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In Greenland

Iron Bark

Iron Bark
Under full sail


At Russell Boating Club's Tall Ships Regatta

Blue Water Medal

Blue Water Medal
Blue Water Medal

Books By Annie Hill

  • Brazil and Beyond
  • Voyaging on a Small Income

15 July, 2013

It was the end of January before I'd finished my refit, and I was spurred on to leave by the thought of going to the Mahurangi Traditional Boat Regatta.  Now a Raven 26, even one that's over 25 years old (and therefore, so I'm told, a 'Classic' Boat) could not by the wildest stretch of the imagination be described as a traditional boat, which meant that we couldn't enter.  However, as I am not keen on racing at the best of times and would hate to race my own boat, this was far from being a drawback.  So I decided to go as a spectator.

We had a fine sail down past Kawau Island and into Mahurangi Harbour, where we anchored amidst the fleet, not far away from Gary and Beryl Underwood's recently restored Mason Bay.  I ended up joining in the racing and with junk rig - when David Thatcher kindly invited me to sail on Footprints.  We seemed to have far less drama in the gusty conditions, than those on the gaff and bermudian-rigged boats.  Gaff rig is undoubtedly beautiful, but I will stick with junks, thank you very much.

We had a wild sail back to Whangarei, with a very fresh easterly that had us averaging well over 6 knots: including three hours of tacking, we sailed the 57 miles in 11 hours.  Fantail can pick up her heels when she wants to.  I drove the boat quite hard - normally I'd have put more reefs in - to give the rig a proper trial.  I have made a new yard, this time out of Douglas Fir, and was pleased to see that it gave no problems.

This was the last time that I had to sail in more wind than I'd ideally choose, all summer, because from then on we had the most glorious weather and predominantly easterly winds.  I spent quite a bit of time ambling around and exploring the Hauraki Gulf.  I attended a wonderful RCC Meet in Waiheke, where we pottered around to various anchorages and had some interesting visits ashore.  Fortunately, the distances were short, because we had very little wind.  Mike Robinson took some lovely photographs of Fantail.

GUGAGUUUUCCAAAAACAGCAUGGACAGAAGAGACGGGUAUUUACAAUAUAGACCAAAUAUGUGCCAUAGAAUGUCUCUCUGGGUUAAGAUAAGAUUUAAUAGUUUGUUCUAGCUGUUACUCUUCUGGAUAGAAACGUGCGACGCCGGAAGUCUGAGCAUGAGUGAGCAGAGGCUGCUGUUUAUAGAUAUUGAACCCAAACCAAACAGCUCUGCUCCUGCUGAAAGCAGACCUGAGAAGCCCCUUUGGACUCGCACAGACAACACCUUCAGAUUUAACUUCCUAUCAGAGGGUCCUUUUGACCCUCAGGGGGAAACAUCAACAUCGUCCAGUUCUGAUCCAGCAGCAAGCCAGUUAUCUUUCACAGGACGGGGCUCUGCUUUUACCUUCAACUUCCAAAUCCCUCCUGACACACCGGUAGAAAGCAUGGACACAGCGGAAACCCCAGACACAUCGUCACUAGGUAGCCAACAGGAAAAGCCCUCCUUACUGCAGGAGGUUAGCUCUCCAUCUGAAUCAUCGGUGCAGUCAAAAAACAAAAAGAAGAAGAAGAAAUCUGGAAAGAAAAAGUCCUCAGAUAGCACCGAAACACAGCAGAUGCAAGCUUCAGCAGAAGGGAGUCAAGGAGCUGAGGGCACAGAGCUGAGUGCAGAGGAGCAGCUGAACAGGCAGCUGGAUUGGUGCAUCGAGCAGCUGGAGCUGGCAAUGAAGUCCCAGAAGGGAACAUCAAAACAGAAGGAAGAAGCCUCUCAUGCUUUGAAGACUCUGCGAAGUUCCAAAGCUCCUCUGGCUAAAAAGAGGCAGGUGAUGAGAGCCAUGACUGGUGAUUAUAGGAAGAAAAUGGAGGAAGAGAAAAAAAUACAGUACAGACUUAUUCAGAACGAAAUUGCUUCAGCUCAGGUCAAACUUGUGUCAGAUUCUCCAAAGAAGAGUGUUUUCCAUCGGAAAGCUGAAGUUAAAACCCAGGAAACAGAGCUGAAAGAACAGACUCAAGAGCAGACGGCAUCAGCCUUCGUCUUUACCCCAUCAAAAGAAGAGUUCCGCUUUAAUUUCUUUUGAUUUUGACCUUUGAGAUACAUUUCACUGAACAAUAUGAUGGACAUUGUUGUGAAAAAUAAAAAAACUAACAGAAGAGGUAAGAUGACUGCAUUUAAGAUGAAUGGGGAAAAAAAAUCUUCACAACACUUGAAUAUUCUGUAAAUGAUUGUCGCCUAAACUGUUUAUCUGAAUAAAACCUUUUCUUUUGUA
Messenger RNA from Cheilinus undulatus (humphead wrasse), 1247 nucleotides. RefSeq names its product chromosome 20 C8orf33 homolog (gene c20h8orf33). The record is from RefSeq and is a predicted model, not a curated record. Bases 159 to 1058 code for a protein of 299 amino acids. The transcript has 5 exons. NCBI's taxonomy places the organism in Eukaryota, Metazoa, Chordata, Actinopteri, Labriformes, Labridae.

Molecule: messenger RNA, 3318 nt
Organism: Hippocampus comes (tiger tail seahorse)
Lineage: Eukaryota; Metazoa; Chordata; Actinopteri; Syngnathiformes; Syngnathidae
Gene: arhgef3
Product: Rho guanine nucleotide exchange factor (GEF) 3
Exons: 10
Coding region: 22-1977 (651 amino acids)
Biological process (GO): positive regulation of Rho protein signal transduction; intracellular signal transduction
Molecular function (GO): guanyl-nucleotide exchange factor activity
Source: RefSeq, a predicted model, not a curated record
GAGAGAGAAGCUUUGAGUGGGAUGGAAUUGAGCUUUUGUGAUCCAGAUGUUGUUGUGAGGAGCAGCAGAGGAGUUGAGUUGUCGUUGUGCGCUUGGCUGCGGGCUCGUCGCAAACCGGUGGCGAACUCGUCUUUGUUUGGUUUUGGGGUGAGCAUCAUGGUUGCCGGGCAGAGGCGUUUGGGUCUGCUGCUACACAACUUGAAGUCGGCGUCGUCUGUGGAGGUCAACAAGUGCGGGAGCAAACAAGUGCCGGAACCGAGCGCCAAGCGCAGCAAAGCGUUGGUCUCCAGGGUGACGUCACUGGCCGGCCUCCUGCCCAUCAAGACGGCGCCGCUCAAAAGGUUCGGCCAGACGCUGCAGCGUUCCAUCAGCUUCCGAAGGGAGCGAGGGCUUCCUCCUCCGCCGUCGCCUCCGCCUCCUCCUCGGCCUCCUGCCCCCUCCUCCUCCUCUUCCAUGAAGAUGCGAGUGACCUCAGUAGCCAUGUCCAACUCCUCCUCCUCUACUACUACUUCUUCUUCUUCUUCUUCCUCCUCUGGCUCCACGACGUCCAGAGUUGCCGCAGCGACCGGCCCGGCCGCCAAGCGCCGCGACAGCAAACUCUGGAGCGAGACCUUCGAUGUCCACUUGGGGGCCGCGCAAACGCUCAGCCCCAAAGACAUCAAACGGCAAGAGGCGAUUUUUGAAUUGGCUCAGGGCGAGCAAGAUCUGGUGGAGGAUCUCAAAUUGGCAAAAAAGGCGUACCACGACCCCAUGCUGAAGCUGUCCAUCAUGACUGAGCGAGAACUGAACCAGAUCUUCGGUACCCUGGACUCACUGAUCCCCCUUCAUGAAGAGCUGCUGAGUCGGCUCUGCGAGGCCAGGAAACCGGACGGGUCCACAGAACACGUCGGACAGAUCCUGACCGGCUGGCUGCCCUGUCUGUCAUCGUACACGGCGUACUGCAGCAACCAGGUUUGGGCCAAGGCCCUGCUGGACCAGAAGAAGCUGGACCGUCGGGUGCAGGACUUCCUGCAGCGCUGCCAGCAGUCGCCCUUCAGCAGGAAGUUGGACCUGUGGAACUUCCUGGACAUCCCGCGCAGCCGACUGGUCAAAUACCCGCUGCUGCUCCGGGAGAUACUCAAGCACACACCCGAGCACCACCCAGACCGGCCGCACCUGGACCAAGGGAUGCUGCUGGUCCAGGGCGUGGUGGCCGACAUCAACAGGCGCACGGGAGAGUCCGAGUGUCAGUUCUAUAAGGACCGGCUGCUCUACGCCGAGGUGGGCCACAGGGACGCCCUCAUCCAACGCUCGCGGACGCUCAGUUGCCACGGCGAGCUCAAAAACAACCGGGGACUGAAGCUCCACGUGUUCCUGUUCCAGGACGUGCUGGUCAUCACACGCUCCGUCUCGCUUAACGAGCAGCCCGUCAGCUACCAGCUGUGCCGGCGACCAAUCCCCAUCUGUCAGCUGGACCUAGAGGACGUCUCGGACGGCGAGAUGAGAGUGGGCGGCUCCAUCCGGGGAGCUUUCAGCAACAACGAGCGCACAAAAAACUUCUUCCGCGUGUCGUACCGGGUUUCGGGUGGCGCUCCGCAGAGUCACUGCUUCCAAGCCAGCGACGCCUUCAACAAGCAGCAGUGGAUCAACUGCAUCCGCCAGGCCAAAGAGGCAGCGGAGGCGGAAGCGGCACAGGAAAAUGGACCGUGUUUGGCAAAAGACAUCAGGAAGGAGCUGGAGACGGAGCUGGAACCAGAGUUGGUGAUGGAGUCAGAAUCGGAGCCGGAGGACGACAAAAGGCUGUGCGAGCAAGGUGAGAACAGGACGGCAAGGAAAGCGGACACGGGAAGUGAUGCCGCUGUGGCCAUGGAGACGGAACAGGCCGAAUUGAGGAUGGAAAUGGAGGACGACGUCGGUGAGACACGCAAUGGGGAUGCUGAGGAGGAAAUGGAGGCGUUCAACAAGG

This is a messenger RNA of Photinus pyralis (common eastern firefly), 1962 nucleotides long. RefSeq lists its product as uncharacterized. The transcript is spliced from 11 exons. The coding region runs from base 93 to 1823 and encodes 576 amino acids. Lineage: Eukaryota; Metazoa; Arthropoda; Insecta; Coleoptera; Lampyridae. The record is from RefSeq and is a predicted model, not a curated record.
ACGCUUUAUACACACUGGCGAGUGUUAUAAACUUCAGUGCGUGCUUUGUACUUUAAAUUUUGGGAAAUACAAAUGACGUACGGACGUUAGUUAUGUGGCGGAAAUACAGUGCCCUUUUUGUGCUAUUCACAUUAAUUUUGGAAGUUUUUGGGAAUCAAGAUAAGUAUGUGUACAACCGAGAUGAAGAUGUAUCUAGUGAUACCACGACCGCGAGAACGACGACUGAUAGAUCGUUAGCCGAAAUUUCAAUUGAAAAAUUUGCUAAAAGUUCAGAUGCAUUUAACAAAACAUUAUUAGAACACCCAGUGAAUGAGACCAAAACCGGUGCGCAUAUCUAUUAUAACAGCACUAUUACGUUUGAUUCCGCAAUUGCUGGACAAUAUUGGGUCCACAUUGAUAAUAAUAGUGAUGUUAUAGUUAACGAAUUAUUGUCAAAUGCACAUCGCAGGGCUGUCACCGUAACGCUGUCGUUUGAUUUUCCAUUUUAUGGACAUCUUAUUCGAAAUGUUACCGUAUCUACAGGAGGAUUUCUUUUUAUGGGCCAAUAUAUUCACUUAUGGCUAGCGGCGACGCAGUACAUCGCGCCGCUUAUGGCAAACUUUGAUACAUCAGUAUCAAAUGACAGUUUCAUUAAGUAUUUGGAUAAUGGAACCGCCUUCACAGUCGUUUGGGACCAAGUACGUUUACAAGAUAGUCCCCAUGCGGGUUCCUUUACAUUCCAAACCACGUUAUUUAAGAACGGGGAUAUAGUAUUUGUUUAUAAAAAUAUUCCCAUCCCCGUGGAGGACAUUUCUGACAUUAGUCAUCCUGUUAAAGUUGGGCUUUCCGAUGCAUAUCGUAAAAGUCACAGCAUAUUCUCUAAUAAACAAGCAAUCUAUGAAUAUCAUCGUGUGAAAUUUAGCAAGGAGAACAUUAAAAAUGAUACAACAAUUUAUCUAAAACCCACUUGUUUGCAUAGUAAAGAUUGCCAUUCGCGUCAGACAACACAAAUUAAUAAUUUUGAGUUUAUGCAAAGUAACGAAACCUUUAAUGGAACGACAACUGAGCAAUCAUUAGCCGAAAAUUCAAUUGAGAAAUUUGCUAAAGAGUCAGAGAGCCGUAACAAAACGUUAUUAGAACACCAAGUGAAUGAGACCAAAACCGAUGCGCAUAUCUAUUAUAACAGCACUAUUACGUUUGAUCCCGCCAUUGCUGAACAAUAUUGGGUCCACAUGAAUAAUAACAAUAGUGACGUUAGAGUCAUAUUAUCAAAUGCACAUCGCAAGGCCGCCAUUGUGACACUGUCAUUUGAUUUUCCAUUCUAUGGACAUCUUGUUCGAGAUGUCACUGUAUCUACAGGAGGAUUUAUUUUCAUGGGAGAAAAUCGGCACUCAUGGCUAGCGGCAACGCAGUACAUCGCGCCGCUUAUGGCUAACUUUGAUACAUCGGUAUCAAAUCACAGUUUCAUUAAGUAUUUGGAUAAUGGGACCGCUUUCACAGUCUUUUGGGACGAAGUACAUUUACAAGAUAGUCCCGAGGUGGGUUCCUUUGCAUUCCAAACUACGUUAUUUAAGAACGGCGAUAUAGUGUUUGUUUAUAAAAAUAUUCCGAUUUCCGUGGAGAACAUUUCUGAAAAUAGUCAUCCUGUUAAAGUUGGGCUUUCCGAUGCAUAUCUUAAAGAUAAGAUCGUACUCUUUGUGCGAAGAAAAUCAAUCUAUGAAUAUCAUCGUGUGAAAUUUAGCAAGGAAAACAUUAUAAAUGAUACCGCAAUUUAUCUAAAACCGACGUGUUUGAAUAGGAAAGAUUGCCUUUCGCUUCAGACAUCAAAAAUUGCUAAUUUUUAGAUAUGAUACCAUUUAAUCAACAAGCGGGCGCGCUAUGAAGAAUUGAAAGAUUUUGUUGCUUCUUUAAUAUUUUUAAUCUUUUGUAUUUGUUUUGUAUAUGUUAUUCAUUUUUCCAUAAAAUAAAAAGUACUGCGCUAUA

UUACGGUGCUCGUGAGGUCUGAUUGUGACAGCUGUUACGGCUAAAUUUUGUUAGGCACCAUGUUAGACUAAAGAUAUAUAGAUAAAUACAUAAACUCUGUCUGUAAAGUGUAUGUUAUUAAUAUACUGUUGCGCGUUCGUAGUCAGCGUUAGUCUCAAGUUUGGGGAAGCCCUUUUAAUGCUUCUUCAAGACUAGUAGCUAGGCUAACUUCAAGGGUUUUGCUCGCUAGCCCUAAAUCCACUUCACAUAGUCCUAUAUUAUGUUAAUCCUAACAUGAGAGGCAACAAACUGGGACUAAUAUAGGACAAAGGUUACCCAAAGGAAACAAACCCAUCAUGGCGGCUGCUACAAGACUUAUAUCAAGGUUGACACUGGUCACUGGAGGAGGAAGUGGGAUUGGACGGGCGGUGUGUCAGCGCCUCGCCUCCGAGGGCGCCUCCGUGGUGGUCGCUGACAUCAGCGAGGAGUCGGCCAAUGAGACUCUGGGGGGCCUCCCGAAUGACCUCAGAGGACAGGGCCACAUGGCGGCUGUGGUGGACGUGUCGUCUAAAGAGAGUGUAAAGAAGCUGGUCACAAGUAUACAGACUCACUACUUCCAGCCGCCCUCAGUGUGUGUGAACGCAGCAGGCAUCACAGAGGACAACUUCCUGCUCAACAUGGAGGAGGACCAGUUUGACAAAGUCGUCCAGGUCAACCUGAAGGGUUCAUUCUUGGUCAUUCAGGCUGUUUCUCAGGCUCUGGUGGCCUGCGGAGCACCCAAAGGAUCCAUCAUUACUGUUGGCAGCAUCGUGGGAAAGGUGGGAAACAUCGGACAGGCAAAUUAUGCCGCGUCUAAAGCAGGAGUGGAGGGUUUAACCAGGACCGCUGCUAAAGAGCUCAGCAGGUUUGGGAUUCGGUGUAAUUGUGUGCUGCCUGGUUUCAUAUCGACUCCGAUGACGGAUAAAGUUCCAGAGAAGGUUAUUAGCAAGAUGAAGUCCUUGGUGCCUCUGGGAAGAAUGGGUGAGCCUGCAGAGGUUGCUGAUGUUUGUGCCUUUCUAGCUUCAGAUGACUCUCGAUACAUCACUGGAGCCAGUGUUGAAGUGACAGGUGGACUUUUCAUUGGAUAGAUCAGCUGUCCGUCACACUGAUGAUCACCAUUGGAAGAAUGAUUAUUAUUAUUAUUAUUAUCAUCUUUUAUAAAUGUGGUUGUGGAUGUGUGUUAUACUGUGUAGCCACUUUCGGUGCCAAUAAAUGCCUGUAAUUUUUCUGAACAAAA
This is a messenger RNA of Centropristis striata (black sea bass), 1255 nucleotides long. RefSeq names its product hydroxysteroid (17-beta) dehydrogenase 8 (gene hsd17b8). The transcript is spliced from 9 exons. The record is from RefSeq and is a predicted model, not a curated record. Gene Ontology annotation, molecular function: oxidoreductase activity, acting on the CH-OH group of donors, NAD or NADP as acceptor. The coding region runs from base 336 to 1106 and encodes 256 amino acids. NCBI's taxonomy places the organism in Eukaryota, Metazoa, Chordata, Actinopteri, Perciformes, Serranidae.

From Waiheke I went junk hunting, meeting up with friends in Tamaki and Herald Island, who were busy getting their boats ready for launching.  Shoestring had been well and truly neaped many moons ago and it was looking unlikely that she would get off the mud in order to meet up with some other junkies in a few weeks time.  Fortunately, with a lot of effort, and a little luck, Roger got her back afloat and we met again off Waiheke, to have a little junket.  Arcadian also joined us, as did Pugwash - all 7ft 8ins of her.

 We didn't get much sailing done - again, there was hardly any wind, but had a fine social time of it.  It was fun to see such unusual boats together:

Shoestring sailed back to Herald Island and Pugwash went off on her car back north.  Arcadian and Fantail had to dodge a nasty blow for a day or so, but we had a splendid sail back to Whangarei, with Fantail giving the much larger Arcadian a good run for her money for a while.

Sadly, for David and Rosemary, this would be their last good sail: David has a heart problem and long-distance sailing is no longer feasible.  Arcadian is now on the market and looking for a good home.

Another boat that we missed at this year's junket, was Pacific Spray:

her owners were in Germany.  Pacific Spray is also for sale, (, but for happier reasons: Rob and Maren are planning to downsize and build one of Gary Underwood's Shoehorn designs: a 26 ft version of Shoestring.  This is a boat that I find very attractive, and I'm very much looking forward to seeing her under construction.  She will, of course, have a junk rig. (

The final highlight of this wonderful summer, was seeing the re-launch of Paul Thompson's La Chica.

Paul has spent over 7 years completely rebuilding the 32ft Tahitiana and plans a non-stop circumnavigation, to start in 2014.  He is completely deaf and is hoping to raise awareness about cochlear implants (  The boat is now sailing - I went along for the maiden voyage - and her teal-coloured junk rig looks quite magnificent.   

(Sorry about the small size of the photo - I filched it from the Junk Rig Associations Photogallery (

Refitting and Upgrading 'Fantail'

I can't believe how long it is since I put anything on this blog!  The trouble is that I want to do it right - so because there always seems to be something else to do, I don't do it at all.  I have a draft here, that goes back months and I've decided that today's project is to bring it to a hasty conclusion and get it posted!!!

I had intended to haul Fantail out of the water in October, to do a quick antifoul.  At the same time I would build the new yard.  But life, as so often happens, got in the way and I ended up spending 7 weeks looking after a friend recovering from a couple of operations.  Most people would have been delighted to live in a beautiful house, surrounded by lovely bush, on a beach in the Bay of Islands.  There were projects to do, a garden to play in and a fine kitchen where I could spread my wings and cook to my heart's delight.  But I have to say that by the time I went back to Fantail I was more than ever convinced that I am meant to live on a boat and will only be happy as long as I'm living in this way.